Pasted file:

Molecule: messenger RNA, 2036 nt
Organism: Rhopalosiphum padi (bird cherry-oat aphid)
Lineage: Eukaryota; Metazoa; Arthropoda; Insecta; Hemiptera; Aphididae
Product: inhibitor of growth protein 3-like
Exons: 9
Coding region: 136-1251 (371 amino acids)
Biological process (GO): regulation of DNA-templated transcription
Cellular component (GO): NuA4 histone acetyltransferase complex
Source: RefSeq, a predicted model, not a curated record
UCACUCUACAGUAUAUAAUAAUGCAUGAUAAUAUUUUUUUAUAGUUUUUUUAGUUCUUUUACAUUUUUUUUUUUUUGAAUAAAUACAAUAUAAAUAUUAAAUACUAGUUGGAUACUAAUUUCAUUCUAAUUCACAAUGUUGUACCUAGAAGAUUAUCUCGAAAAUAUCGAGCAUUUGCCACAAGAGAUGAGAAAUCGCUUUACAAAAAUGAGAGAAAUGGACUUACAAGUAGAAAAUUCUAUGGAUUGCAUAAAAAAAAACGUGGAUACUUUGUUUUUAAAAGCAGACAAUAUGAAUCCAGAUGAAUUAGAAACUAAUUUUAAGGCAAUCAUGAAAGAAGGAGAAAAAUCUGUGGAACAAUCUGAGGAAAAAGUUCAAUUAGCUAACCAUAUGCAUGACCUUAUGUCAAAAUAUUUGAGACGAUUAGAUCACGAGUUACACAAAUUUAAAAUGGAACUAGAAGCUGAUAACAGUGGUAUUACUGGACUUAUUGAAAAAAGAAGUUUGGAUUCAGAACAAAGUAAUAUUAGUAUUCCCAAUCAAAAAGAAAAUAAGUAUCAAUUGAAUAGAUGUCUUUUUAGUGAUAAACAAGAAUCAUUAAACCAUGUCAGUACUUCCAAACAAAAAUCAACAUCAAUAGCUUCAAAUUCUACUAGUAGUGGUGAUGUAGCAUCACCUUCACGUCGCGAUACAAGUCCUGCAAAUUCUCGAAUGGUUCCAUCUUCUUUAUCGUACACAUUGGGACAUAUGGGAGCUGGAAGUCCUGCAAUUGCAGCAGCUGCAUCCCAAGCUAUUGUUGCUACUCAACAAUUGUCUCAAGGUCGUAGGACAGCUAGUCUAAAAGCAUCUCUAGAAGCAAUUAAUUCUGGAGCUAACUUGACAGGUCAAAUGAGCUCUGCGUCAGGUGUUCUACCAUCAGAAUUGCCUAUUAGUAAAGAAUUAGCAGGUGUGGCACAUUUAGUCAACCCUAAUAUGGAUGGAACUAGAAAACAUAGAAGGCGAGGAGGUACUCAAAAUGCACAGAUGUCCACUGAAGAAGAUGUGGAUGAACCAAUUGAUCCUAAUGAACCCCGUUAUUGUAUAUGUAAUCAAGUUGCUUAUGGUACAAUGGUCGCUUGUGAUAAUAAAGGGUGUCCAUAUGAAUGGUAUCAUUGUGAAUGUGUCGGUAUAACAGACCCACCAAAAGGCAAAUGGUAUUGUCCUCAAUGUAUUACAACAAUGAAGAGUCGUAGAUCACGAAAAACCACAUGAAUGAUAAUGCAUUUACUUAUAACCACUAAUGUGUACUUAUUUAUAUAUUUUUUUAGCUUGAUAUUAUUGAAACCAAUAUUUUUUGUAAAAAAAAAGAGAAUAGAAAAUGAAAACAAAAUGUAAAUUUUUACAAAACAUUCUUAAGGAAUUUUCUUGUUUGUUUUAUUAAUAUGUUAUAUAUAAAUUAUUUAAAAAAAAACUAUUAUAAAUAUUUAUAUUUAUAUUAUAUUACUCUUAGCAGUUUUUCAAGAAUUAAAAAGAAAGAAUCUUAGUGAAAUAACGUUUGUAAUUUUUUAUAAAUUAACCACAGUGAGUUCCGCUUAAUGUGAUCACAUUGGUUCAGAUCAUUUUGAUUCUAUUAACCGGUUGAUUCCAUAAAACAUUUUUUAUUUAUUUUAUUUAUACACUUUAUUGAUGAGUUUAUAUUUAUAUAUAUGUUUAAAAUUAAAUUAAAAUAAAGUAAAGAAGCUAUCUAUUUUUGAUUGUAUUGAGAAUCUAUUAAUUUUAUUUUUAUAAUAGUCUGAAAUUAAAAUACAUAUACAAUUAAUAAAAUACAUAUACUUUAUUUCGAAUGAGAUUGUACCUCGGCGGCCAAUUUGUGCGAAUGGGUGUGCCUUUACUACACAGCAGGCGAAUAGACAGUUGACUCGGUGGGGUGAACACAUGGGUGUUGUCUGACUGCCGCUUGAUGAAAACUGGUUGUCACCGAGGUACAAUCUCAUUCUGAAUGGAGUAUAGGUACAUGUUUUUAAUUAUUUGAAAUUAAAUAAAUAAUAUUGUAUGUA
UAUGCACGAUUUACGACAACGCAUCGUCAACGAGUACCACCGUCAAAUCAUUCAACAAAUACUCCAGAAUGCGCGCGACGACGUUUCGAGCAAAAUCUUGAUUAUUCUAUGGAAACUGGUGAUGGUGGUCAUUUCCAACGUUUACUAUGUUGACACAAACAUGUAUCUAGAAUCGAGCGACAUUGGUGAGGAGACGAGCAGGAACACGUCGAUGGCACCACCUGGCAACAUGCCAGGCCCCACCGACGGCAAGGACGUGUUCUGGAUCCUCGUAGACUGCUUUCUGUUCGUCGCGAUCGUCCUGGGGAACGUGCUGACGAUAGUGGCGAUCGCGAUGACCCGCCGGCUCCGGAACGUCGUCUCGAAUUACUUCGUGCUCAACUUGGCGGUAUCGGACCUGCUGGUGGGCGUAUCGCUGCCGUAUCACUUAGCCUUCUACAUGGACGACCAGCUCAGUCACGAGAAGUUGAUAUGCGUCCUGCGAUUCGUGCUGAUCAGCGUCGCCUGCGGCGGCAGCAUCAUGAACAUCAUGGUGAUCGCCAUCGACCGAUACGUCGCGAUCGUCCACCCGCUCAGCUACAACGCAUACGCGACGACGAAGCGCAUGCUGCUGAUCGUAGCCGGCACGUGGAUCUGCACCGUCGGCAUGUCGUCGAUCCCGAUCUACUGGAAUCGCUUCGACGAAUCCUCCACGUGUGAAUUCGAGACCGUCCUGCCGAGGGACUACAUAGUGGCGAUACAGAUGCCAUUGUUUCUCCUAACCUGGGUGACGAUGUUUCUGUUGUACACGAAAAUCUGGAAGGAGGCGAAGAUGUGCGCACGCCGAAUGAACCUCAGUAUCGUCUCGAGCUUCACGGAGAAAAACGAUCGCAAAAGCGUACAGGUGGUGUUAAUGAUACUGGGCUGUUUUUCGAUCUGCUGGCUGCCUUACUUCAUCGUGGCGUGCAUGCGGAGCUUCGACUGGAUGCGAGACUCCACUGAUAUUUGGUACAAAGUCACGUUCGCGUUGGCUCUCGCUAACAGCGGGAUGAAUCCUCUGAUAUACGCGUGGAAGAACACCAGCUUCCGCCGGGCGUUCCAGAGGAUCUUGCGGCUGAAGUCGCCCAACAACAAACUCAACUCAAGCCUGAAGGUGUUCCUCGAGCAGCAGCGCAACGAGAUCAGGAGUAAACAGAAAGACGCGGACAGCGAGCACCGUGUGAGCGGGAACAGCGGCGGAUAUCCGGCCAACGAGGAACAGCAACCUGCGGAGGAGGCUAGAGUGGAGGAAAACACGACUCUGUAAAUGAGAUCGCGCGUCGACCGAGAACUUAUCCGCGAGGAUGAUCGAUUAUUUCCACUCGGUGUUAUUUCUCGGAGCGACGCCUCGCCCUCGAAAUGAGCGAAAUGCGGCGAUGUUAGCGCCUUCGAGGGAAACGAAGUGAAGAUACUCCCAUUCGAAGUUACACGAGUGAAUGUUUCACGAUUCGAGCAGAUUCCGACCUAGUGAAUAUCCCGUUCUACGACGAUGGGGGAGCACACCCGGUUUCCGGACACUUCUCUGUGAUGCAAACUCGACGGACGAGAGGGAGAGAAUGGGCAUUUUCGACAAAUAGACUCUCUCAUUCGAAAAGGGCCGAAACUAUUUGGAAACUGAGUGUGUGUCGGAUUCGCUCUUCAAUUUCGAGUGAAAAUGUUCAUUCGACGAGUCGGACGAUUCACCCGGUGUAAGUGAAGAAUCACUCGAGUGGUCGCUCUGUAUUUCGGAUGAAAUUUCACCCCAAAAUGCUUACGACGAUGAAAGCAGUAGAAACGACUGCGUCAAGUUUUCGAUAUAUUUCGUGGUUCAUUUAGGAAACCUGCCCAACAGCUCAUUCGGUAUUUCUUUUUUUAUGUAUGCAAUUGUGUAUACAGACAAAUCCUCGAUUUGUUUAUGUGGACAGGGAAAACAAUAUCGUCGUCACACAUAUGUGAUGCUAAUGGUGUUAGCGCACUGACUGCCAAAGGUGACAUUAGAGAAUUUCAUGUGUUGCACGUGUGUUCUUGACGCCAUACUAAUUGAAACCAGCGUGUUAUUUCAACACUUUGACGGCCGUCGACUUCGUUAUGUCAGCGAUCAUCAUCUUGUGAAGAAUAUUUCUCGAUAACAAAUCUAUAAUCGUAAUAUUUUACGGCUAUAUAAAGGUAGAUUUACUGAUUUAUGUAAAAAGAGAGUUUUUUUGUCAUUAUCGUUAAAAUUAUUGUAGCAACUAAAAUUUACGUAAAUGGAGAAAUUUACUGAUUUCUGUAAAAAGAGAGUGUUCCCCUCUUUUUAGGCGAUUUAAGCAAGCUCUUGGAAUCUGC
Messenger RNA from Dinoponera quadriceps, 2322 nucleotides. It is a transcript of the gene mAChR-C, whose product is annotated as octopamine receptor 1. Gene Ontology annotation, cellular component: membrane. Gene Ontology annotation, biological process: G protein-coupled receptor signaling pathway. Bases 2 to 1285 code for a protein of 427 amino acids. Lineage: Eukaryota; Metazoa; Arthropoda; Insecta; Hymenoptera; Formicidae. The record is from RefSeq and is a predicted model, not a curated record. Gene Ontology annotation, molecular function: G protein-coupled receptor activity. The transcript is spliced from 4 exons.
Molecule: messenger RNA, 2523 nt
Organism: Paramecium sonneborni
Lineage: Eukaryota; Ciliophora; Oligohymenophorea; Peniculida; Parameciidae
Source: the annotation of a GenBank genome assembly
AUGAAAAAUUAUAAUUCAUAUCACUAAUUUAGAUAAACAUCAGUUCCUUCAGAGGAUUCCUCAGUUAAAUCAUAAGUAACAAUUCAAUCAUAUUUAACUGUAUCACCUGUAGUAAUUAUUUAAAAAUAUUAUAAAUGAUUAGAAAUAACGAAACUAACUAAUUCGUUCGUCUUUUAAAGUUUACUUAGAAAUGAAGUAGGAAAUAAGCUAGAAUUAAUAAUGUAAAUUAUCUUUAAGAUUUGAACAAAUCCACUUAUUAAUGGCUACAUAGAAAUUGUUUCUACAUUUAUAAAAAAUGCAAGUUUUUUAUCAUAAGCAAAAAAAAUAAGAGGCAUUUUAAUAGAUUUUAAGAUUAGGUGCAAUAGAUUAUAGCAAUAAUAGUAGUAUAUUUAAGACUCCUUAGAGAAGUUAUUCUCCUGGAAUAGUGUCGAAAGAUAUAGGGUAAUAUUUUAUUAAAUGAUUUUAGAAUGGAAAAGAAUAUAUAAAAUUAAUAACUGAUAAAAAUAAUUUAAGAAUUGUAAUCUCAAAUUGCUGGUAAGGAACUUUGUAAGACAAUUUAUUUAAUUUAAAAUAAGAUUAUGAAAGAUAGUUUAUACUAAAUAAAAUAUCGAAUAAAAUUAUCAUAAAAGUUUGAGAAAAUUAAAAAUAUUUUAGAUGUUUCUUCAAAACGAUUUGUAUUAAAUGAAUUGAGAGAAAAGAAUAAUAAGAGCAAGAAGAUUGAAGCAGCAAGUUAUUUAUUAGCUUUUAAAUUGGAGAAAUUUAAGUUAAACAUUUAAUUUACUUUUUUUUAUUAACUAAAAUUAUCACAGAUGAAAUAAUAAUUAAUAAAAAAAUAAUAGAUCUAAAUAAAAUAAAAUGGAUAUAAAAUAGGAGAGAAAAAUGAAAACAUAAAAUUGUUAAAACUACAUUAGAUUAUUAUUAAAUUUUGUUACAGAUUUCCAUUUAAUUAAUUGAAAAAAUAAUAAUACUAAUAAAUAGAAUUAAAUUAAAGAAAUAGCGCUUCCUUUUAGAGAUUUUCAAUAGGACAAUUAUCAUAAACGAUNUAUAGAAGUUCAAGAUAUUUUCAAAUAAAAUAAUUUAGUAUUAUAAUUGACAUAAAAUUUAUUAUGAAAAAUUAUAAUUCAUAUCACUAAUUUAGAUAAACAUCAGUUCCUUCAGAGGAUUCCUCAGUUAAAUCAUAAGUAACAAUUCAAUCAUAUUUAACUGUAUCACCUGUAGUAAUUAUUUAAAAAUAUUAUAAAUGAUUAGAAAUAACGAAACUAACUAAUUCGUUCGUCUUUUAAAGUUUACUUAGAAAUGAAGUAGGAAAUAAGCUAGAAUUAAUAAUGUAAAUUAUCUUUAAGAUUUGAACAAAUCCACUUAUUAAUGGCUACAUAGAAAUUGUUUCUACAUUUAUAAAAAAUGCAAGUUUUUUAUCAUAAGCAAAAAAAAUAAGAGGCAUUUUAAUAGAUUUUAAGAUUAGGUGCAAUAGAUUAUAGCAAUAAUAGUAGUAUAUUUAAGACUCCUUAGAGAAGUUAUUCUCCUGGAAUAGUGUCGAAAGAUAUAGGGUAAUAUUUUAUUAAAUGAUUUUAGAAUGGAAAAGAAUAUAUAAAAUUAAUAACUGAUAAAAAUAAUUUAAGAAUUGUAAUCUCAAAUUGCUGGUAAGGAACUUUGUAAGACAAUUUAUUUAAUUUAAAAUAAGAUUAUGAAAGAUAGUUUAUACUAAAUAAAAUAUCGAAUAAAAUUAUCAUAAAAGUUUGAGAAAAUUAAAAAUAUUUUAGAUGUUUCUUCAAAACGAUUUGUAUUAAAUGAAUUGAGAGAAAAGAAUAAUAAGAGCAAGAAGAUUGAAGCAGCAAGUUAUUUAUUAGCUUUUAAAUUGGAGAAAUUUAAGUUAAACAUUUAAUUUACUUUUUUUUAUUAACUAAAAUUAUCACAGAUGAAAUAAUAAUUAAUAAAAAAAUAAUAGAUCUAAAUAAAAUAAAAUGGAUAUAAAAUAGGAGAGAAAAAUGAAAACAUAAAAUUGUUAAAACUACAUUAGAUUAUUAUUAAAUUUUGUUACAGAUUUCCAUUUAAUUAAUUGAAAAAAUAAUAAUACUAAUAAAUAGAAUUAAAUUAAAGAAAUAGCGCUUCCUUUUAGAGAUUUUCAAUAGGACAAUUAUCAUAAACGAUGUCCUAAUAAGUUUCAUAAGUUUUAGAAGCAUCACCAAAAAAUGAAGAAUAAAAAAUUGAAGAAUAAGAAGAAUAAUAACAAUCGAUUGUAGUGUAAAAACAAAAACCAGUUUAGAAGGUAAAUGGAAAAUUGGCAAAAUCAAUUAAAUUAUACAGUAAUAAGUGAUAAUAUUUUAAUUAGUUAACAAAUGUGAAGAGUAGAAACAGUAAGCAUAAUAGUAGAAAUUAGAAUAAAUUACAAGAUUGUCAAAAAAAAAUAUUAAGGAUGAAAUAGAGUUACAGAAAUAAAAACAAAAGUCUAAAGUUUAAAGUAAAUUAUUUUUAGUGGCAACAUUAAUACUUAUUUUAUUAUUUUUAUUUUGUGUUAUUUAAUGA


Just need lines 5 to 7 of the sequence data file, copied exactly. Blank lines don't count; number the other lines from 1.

Exons: 9
Coding region: 136-1251 (371 amino acids)
Biological process (GO): regulation of DNA-templated transcription